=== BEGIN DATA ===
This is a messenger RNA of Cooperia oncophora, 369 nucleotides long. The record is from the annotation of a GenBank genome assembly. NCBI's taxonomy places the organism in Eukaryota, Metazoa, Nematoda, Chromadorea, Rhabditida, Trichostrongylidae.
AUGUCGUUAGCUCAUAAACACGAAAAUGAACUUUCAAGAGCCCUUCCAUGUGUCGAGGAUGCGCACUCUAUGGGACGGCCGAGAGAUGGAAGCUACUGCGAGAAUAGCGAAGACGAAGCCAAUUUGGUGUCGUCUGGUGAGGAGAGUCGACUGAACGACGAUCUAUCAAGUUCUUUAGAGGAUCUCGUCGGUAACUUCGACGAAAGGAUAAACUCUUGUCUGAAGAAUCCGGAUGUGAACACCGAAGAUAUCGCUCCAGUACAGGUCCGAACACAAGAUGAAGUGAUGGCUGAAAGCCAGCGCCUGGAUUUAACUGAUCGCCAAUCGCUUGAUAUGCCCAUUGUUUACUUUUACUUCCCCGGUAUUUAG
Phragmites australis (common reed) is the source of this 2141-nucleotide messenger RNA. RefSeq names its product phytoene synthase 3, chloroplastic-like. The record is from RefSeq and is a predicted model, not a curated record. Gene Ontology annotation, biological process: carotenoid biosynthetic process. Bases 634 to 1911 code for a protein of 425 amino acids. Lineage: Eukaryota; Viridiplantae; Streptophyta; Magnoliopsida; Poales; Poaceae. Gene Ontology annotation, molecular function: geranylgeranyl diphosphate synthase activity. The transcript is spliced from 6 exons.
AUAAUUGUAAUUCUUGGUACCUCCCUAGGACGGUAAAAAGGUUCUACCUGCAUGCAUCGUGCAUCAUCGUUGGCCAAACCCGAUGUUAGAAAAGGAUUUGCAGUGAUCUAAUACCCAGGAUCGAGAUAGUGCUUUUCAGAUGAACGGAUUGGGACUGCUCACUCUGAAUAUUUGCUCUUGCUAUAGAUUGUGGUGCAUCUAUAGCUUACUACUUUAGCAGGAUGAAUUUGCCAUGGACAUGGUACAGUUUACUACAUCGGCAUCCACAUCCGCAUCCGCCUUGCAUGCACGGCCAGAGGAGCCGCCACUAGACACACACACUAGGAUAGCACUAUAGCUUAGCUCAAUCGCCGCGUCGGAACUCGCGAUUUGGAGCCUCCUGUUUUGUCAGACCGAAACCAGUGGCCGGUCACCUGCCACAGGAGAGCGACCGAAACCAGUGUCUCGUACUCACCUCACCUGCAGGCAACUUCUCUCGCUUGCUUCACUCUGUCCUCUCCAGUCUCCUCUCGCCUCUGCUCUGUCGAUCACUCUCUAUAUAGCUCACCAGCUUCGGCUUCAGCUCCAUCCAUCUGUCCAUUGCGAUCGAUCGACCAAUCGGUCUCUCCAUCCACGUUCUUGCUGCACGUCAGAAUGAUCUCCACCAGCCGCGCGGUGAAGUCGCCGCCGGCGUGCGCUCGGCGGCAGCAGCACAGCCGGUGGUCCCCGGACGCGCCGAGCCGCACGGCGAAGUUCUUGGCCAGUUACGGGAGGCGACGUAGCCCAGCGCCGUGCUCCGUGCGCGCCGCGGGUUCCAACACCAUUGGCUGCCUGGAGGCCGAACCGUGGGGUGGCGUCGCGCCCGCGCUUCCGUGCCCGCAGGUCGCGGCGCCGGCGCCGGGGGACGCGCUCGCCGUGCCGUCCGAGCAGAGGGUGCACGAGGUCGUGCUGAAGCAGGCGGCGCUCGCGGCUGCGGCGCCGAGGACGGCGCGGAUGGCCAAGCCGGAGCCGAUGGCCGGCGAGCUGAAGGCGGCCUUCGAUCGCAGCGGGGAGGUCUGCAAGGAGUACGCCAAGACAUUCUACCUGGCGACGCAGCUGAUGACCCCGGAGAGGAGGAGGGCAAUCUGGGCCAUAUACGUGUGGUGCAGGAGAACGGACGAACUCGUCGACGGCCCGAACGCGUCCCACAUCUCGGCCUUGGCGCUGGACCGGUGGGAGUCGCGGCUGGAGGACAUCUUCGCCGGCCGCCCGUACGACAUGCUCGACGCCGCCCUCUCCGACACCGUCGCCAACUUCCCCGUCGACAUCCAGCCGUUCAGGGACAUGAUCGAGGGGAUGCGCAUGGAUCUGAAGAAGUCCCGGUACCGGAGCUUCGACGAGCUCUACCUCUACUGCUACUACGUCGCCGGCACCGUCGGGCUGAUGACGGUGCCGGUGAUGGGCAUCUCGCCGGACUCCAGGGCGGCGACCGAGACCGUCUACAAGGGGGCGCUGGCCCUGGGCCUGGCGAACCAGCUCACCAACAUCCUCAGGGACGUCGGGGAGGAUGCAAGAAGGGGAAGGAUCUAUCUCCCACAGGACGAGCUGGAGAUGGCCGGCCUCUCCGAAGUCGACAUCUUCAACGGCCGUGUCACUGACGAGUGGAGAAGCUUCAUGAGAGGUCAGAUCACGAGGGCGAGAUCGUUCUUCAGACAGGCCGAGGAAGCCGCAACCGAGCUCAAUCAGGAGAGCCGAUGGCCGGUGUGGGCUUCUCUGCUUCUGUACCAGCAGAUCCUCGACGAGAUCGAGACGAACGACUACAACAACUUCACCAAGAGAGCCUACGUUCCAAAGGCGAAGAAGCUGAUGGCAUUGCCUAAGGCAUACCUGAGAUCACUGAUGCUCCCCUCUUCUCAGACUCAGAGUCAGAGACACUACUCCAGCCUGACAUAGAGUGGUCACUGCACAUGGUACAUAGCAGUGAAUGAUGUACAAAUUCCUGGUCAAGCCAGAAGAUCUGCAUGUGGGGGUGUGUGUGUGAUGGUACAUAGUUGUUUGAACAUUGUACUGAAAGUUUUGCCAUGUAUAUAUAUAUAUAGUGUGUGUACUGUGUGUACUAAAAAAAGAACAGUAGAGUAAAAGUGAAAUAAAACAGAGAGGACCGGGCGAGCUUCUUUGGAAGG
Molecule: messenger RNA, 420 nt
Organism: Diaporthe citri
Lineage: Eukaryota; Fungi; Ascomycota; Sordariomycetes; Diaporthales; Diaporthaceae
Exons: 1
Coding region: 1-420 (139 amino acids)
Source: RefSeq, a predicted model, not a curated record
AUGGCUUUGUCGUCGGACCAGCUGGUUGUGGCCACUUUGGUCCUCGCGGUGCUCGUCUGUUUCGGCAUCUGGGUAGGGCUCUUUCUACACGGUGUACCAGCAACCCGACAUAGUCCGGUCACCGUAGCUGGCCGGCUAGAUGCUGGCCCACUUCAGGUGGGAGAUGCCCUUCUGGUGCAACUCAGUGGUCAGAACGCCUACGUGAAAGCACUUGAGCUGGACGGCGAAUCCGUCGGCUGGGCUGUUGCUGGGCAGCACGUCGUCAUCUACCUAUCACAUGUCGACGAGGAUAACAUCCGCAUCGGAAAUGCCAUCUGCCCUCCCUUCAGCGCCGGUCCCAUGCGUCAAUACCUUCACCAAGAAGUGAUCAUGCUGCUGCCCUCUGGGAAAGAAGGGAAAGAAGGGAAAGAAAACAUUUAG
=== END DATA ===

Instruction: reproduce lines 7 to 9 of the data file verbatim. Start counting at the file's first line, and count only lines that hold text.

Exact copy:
Lineage: Eukaryota; Fungi; Ascomycota; Sordariomycetes; Diaporthales; Diaporthaceae
Exons: 1
Coding region: 1-420 (139 amino acids)